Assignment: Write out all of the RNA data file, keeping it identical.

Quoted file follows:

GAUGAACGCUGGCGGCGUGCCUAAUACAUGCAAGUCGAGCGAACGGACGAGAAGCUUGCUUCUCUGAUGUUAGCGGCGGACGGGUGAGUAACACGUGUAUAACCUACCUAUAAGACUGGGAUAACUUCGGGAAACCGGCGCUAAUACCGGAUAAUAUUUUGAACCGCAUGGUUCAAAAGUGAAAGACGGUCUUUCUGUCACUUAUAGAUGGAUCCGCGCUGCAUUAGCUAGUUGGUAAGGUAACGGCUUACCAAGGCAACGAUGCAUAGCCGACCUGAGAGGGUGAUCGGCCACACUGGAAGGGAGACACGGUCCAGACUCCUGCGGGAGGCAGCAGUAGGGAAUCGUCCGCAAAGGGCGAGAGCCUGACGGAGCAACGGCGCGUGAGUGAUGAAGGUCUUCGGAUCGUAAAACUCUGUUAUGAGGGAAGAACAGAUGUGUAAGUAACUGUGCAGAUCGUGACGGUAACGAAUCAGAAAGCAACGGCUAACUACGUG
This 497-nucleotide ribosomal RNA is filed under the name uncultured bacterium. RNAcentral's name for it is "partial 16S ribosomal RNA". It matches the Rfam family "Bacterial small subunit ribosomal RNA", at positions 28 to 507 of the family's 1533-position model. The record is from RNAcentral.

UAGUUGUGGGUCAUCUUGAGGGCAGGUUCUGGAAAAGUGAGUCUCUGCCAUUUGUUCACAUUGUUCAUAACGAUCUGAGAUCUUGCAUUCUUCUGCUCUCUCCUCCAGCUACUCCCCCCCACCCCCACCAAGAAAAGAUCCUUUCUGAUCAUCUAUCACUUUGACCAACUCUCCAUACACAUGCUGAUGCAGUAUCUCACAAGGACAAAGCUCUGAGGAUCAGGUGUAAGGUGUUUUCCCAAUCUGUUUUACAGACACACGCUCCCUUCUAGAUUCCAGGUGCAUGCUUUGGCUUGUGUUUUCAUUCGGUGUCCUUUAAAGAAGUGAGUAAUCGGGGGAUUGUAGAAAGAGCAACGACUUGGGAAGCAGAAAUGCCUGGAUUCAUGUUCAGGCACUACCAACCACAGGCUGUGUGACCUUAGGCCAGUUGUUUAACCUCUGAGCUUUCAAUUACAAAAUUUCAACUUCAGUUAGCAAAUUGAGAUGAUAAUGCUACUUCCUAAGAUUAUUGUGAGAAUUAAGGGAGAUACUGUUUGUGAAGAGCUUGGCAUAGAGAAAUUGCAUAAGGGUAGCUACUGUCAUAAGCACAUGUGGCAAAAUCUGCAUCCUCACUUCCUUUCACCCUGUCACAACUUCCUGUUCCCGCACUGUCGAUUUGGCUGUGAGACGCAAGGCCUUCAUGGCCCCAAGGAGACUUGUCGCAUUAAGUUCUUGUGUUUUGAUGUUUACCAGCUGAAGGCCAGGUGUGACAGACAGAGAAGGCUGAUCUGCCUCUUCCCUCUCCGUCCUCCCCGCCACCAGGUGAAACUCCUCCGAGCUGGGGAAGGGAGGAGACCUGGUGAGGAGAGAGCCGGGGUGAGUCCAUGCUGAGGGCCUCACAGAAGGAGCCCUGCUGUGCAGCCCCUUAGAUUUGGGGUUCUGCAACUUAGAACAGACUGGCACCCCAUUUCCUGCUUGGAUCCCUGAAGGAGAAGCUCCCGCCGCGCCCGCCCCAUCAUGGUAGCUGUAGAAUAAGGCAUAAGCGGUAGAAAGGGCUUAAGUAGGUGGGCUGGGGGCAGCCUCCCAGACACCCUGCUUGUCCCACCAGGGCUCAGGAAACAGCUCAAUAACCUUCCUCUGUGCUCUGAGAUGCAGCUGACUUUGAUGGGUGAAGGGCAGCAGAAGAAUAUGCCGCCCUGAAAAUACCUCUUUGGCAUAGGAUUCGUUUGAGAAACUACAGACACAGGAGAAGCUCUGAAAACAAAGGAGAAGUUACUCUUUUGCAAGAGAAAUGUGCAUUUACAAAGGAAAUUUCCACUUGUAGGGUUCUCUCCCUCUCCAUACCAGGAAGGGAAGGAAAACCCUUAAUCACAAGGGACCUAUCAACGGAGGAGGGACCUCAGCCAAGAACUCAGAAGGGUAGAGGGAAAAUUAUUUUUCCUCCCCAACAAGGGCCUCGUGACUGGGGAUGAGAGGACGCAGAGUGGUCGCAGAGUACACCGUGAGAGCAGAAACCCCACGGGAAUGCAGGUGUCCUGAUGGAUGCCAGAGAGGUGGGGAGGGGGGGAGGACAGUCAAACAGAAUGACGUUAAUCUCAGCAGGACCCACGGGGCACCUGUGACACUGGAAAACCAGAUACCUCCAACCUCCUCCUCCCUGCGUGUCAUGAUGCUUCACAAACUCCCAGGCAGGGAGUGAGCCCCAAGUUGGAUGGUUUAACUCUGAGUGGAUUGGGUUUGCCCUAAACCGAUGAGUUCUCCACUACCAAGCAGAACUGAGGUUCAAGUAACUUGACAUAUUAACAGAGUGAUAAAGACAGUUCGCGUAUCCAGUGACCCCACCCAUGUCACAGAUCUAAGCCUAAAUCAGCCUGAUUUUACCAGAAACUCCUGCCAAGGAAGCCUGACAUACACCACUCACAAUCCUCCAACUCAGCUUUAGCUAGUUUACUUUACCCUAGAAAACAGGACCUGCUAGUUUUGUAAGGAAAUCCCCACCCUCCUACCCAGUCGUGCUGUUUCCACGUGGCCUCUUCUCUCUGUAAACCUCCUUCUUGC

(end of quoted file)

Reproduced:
GAUGAACGCUGGCGGCGUGCCUAAUACAUGCAAGUCGAGCGAACGGACGAGAAGCUUGCUUCUCUGAUGUUAGCGGCGGACGGGUGAGUAACACGUGUAUAACCUACCUAUAAGACUGGGAUAACUUCGGGAAACCGGCGCUAAUACCGGAUAAUAUUUUGAACCGCAUGGUUCAAAAGUGAAAGACGGUCUUUCUGUCACUUAUAGAUGGAUCCGCGCUGCAUUAGCUAGUUGGUAAGGUAACGGCUUACCAAGGCAACGAUGCAUAGCCGACCUGAGAGGGUGAUCGGCCACACUGGAAGGGAGACACGGUCCAGACUCCUGCGGGAGGCAGCAGUAGGGAAUCGUCCGCAAAGGGCGAGAGCCUGACGGAGCAACGGCGCGUGAGUGAUGAAGGUCUUCGGAUCGUAAAACUCUGUUAUGAGGGAAGAACAGAUGUGUAAGUAACUGUGCAGAUCGUGACGGUAACGAAUCAGAAAGCAACGGCUAACUACGUG
This 497-nucleotide ribosomal RNA is filed under the name uncultured bacterium. RNAcentral's name for it is "partial 16S ribosomal RNA". It matches the Rfam family "Bacterial small subunit ribosomal RNA", at positions 28 to 507 of the family's 1533-position model. The record is from RNAcentral.

UAGUUGUGGGUCAUCUUGAGGGCAGGUUCUGGAAAAGUGAGUCUCUGCCAUUUGUUCACAUUGUUCAUAACGAUCUGAGAUCUUGCAUUCUUCUGCUCUCUCCUCCAGCUACUCCCCCCCACCCCCACCAAGAAAAGAUCCUUUCUGAUCAUCUAUCACUUUGACCAACUCUCCAUACACAUGCUGAUGCAGUAUCUCACAAGGACAAAGCUCUGAGGAUCAGGUGUAAGGUGUUUUCCCAAUCUGUUUUACAGACACACGCUCCCUUCUAGAUUCCAGGUGCAUGCUUUGGCUUGUGUUUUCAUUCGGUGUCCUUUAAAGAAGUGAGUAAUCGGGGGAUUGUAGAAAGAGCAACGACUUGGGAAGCAGAAAUGCCUGGAUUCAUGUUCAGGCACUACCAACCACAGGCUGUGUGACCUUAGGCCAGUUGUUUAACCUCUGAGCUUUCAAUUACAAAAUUUCAACUUCAGUUAGCAAAUUGAGAUGAUAAUGCUACUUCCUAAGAUUAUUGUGAGAAUUAAGGGAGAUACUGUUUGUGAAGAGCUUGGCAUAGAGAAAUUGCAUAAGGGUAGCUACUGUCAUAAGCACAUGUGGCAAAAUCUGCAUCCUCACUUCCUUUCACCCUGUCACAACUUCCUGUUCCCGCACUGUCGAUUUGGCUGUGAGACGCAAGGCCUUCAUGGCCCCAAGGAGACUUGUCGCAUUAAGUUCUUGUGUUUUGAUGUUUACCAGCUGAAGGCCAGGUGUGACAGACAGAGAAGGCUGAUCUGCCUCUUCCCUCUCCGUCCUCCCCGCCACCAGGUGAAACUCCUCCGAGCUGGGGAAGGGAGGAGACCUGGUGAGGAGAGAGCCGGGGUGAGUCCAUGCUGAGGGCCUCACAGAAGGAGCCCUGCUGUGCAGCCCCUUAGAUUUGGGGUUCUGCAACUUAGAACAGACUGGCACCCCAUUUCCUGCUUGGAUCCCUGAAGGAGAAGCUCCCGCCGCGCCCGCCCCAUCAUGGUAGCUGUAGAAUAAGGCAUAAGCGGUAGAAAGGGCUUAAGUAGGUGGGCUGGGGGCAGCCUCCCAGACACCCUGCUUGUCCCACCAGGGCUCAGGAAACAGCUCAAUAACCUUCCUCUGUGCUCUGAGAUGCAGCUGACUUUGAUGGGUGAAGGGCAGCAGAAGAAUAUGCCGCCCUGAAAAUACCUCUUUGGCAUAGGAUUCGUUUGAGAAACUACAGACACAGGAGAAGCUCUGAAAACAAAGGAGAAGUUACUCUUUUGCAAGAGAAAUGUGCAUUUACAAAGGAAAUUUCCACUUGUAGGGUUCUCUCCCUCUCCAUACCAGGAAGGGAAGGAAAACCCUUAAUCACAAGGGACCUAUCAACGGAGGAGGGACCUCAGCCAAGAACUCAGAAGGGUAGAGGGAAAAUUAUUUUUCCUCCCCAACAAGGGCCUCGUGACUGGGGAUGAGAGGACGCAGAGUGGUCGCAGAGUACACCGUGAGAGCAGAAACCCCACGGGAAUGCAGGUGUCCUGAUGGAUGCCAGAGAGGUGGGGAGGGGGGGAGGACAGUCAAACAGAAUGACGUUAAUCUCAGCAGGACCCACGGGGCACCUGUGACACUGGAAAACCAGAUACCUCCAACCUCCUCCUCCCUGCGUGUCAUGAUGCUUCACAAACUCCCAGGCAGGGAGUGAGCCCCAAGUUGGAUGGUUUAACUCUGAGUGGAUUGGGUUUGCCCUAAACCGAUGAGUUCUCCACUACCAAGCAGAACUGAGGUUCAAGUAACUUGACAUAUUAACAGAGUGAUAAAGACAGUUCGCGUAUCCAGUGACCCCACCCAUGUCACAGAUCUAAGCCUAAAUCAGCCUGAUUUUACCAGAAACUCCUGCCAAGGAAGCCUGACAUACACCACUCACAAUCCUCCAACUCAGCUUUAGCUAGUUUACUUUACCCUAGAAAACAGGACCUGCUAGUUUUGUAAGGAAAUCCCCACCCUCCUACCCAGUCGUGCUGUUUCCACGUGGCCUCUUCUCUCUGUAAACCUCCUUCUUGC